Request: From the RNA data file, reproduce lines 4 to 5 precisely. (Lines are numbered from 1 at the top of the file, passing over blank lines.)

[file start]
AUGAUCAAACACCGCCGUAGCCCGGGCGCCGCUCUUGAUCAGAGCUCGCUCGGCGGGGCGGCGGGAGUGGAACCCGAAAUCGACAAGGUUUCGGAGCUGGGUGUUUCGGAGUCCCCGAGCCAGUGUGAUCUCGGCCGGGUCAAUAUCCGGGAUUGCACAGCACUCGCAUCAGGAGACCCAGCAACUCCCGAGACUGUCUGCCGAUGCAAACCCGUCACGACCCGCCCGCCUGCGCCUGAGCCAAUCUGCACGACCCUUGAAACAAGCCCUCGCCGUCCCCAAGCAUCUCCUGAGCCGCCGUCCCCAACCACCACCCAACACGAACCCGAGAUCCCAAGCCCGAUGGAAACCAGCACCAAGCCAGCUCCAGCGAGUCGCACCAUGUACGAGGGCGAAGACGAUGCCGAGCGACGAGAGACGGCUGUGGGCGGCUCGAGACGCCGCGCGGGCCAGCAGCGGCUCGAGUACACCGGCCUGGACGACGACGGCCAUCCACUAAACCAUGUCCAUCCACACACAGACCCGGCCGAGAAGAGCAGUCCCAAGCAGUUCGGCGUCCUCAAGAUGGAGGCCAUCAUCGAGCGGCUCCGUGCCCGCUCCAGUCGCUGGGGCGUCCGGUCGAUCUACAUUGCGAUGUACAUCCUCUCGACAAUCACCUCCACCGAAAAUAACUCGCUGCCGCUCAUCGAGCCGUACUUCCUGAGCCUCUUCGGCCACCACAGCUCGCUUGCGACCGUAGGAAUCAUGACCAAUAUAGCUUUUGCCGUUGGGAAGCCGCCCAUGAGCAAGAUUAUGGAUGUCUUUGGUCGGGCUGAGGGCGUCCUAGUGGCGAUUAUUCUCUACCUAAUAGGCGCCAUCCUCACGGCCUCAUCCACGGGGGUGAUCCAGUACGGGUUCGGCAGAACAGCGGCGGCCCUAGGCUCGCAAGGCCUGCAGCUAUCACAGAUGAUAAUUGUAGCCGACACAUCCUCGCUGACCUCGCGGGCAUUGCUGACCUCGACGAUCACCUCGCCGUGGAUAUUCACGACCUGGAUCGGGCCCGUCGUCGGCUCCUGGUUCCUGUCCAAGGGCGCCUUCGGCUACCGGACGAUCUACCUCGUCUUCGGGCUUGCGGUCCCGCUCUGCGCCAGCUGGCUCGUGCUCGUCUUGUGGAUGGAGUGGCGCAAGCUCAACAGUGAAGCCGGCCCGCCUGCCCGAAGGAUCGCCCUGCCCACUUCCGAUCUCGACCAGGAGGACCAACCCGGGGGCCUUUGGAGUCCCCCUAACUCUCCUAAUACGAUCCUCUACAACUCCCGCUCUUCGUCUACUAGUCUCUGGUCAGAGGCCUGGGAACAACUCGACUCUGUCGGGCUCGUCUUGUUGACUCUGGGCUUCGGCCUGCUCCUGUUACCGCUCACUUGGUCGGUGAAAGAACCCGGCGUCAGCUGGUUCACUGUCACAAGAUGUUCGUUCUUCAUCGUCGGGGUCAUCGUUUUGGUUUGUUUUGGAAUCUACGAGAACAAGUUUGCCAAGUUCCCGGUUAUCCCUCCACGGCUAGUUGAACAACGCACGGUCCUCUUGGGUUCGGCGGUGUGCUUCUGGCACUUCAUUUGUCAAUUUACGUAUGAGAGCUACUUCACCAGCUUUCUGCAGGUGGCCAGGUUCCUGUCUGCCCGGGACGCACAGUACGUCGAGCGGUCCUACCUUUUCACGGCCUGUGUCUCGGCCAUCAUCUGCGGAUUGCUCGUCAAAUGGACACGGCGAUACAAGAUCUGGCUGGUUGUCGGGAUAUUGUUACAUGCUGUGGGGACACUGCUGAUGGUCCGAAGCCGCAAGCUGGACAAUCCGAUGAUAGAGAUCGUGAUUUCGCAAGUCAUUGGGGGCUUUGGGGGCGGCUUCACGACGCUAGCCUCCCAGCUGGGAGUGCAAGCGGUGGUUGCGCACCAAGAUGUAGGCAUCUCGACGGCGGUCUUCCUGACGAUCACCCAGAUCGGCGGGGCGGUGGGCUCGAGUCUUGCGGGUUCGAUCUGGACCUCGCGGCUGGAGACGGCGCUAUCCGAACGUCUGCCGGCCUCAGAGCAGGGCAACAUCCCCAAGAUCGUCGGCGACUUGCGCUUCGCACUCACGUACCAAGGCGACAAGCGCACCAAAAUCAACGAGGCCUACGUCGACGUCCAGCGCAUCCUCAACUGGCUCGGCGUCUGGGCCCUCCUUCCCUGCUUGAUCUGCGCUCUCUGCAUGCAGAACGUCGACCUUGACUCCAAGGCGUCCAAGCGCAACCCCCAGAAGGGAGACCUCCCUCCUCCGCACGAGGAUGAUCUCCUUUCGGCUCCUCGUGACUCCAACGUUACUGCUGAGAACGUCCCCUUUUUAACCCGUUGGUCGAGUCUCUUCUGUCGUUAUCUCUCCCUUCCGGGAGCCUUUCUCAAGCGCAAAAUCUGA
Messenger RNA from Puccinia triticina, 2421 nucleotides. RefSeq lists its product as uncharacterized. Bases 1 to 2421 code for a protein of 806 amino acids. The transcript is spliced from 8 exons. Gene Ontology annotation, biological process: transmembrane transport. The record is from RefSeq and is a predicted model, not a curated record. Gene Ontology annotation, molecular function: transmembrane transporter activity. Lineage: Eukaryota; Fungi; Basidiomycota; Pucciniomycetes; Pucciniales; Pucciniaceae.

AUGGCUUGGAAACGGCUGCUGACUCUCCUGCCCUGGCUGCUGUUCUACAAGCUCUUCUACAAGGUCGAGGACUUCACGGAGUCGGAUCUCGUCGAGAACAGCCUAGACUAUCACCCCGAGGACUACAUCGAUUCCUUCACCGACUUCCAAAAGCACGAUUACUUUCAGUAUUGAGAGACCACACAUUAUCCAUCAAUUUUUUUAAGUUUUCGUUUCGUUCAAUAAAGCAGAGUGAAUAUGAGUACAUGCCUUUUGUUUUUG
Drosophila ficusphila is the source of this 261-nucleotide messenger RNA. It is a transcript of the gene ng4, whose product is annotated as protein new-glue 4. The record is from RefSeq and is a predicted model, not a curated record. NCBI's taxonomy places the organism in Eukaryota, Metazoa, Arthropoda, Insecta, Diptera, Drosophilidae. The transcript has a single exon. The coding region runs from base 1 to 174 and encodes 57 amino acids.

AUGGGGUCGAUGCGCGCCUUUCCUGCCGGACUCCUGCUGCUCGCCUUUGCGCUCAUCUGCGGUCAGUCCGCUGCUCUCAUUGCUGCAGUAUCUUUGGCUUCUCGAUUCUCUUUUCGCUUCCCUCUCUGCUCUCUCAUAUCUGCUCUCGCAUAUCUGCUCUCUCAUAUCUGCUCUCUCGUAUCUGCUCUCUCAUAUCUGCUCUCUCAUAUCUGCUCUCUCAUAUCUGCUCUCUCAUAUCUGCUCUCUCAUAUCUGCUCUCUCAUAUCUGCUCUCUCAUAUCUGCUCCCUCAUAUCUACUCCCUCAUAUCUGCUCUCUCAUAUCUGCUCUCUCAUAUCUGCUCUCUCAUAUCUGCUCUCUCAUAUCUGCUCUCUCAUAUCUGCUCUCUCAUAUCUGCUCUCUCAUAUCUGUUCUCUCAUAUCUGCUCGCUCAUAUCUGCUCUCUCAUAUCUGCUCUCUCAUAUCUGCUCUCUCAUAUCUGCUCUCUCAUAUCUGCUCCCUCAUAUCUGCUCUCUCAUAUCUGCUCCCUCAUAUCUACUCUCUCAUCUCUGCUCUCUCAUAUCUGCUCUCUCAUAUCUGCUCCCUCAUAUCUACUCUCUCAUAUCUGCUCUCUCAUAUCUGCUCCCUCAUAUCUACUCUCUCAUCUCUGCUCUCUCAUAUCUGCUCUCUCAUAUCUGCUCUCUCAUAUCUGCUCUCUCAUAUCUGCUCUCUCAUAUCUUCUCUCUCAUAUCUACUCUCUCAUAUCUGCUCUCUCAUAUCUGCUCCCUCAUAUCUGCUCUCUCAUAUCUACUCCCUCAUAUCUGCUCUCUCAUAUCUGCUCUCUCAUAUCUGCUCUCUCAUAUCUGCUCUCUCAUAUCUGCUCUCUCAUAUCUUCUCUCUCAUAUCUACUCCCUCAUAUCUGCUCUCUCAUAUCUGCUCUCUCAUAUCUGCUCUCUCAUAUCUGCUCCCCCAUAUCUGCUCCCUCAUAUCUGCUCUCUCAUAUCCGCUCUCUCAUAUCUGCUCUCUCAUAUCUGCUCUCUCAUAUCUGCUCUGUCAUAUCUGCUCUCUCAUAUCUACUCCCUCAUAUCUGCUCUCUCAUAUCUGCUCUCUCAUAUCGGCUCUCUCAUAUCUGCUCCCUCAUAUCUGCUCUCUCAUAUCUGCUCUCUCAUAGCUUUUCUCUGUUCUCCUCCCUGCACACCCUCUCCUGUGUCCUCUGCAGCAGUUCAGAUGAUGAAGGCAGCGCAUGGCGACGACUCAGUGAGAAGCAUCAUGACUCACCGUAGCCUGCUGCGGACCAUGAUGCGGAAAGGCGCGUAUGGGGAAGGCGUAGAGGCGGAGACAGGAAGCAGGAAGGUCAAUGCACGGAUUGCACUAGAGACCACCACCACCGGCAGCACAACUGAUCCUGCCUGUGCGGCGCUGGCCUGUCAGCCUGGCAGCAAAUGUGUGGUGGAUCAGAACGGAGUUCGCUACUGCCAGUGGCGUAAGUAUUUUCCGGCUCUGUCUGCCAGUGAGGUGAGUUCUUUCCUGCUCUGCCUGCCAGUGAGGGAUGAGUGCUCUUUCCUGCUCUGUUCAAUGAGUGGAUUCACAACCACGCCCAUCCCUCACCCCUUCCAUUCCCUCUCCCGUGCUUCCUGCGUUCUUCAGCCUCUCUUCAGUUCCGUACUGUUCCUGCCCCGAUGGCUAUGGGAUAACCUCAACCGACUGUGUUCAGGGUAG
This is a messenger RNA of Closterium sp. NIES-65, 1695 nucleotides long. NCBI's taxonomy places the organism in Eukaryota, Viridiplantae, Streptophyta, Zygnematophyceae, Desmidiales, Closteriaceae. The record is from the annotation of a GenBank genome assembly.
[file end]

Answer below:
Drosophila ficusphila is the source of this 261-nucleotide messenger RNA. It is a transcript of the gene ng4, whose product is annotated as protein new-glue 4. The record is from RefSeq and is a predicted model, not a curated record. NCBI's taxonomy places the organism in Eukaryota, Metazoa, Arthropoda, Insecta, Diptera, Drosophilidae. The transcript has a single exon. The coding region runs from base 1 to 174 and encodes 57 amino acids.

AUGGGGUCGAUGCGCGCCUUUCCUGCCGGACUCCUGCUGCUCGCCUUUGCGCUCAUCUGCGGUCAGUCCGCUGCUCUCAUUGCUGCAGUAUCUUUGGCUUCUCGAUUCUCUUUUCGCUUCCCUCUCUGCUCUCUCAUAUCUGCUCUCGCAUAUCUGCUCUCUCAUAUCUGCUCUCUCGUAUCUGCUCUCUCAUAUCUGCUCUCUCAUAUCUGCUCUCUCAUAUCUGCUCUCUCAUAUCUGCUCUCUCAUAUCUGCUCUCUCAUAUCUGCUCUCUCAUAUCUGCUCCCUCAUAUCUACUCCCUCAUAUCUGCUCUCUCAUAUCUGCUCUCUCAUAUCUGCUCUCUCAUAUCUGCUCUCUCAUAUCUGCUCUCUCAUAUCUGCUCUCUCAUAUCUGCUCUCUCAUAUCUGUUCUCUCAUAUCUGCUCGCUCAUAUCUGCUCUCUCAUAUCUGCUCUCUCAUAUCUGCUCUCUCAUAUCUGCUCUCUCAUAUCUGCUCCCUCAUAUCUGCUCUCUCAUAUCUGCUCCCUCAUAUCUACUCUCUCAUCUCUGCUCUCUCAUAUCUGCUCUCUCAUAUCUGCUCCCUCAUAUCUACUCUCUCAUAUCUGCUCUCUCAUAUCUGCUCCCUCAUAUCUACUCUCUCAUCUCUGCUCUCUCAUAUCUGCUCUCUCAUAUCUGCUCUCUCAUAUCUGCUCUCUCAUAUCUGCUCUCUCAUAUCUUCUCUCUCAUAUCUACUCUCUCAUAUCUGCUCUCUCAUAUCUGCUCCCUCAUAUCUGCUCUCUCAUAUCUACUCCCUCAUAUCUGCUCUCUCAUAUCUGCUCUCUCAUAUCUGCUCUCUCAUAUCUGCUCUCUCAUAUCUGCUCUCUCAUAUCUUCUCUCUCAUAUCUACUCCCUCAUAUCUGCUCUCUCAUAUCUGCUCUCUCAUAUCUGCUCUCUCAUAUCUGCUCCCCCAUAUCUGCUCCCUCAUAUCUGCUCUCUCAUAUCCGCUCUCUCAUAUCUGCUCUCUCAUAUCUGCUCUCUCAUAUCUGCUCUGUCAUAUCUGCUCUCUCAUAUCUACUCCCUCAUAUCUGCUCUCUCAUAUCUGCUCUCUCAUAUCGGCUCUCUCAUAUCUGCUCCCUCAUAUCUGCUCUCUCAUAUCUGCUCUCUCAUAGCUUUUCUCUGUUCUCCUCCCUGCACACCCUCUCCUGUGUCCUCUGCAGCAGUUCAGAUGAUGAAGGCAGCGCAUGGCGACGACUCAGUGAGAAGCAUCAUGACUCACCGUAGCCUGCUGCGGACCAUGAUGCGGAAAGGCGCGUAUGGGGAAGGCGUAGAGGCGGAGACAGGAAGCAGGAAGGUCAAUGCACGGAUUGCACUAGAGACCACCACCACCGGCAGCACAACUGAUCCUGCCUGUGCGGCGCUGGCCUGUCAGCCUGGCAGCAAAUGUGUGGUGGAUCAGAACGGAGUUCGCUACUGCCAGUGGCGUAAGUAUUUUCCGGCUCUGUCUGCCAGUGAGGUGAGUUCUUUCCUGCUCUGCCUGCCAGUGAGGGAUGAGUGCUCUUUCCUGCUCUGUUCAAUGAGUGGAUUCACAACCACGCCCAUCCCUCACCCCUUCCAUUCCCUCUCCCGUGCUUCCUGCGUUCUUCAGCCUCUCUUCAGUUCCGUACUGUUCCUGCCCCGAUGGCUAUGGGAUAACCUCAACCGACUGUGUUCAGGGUAG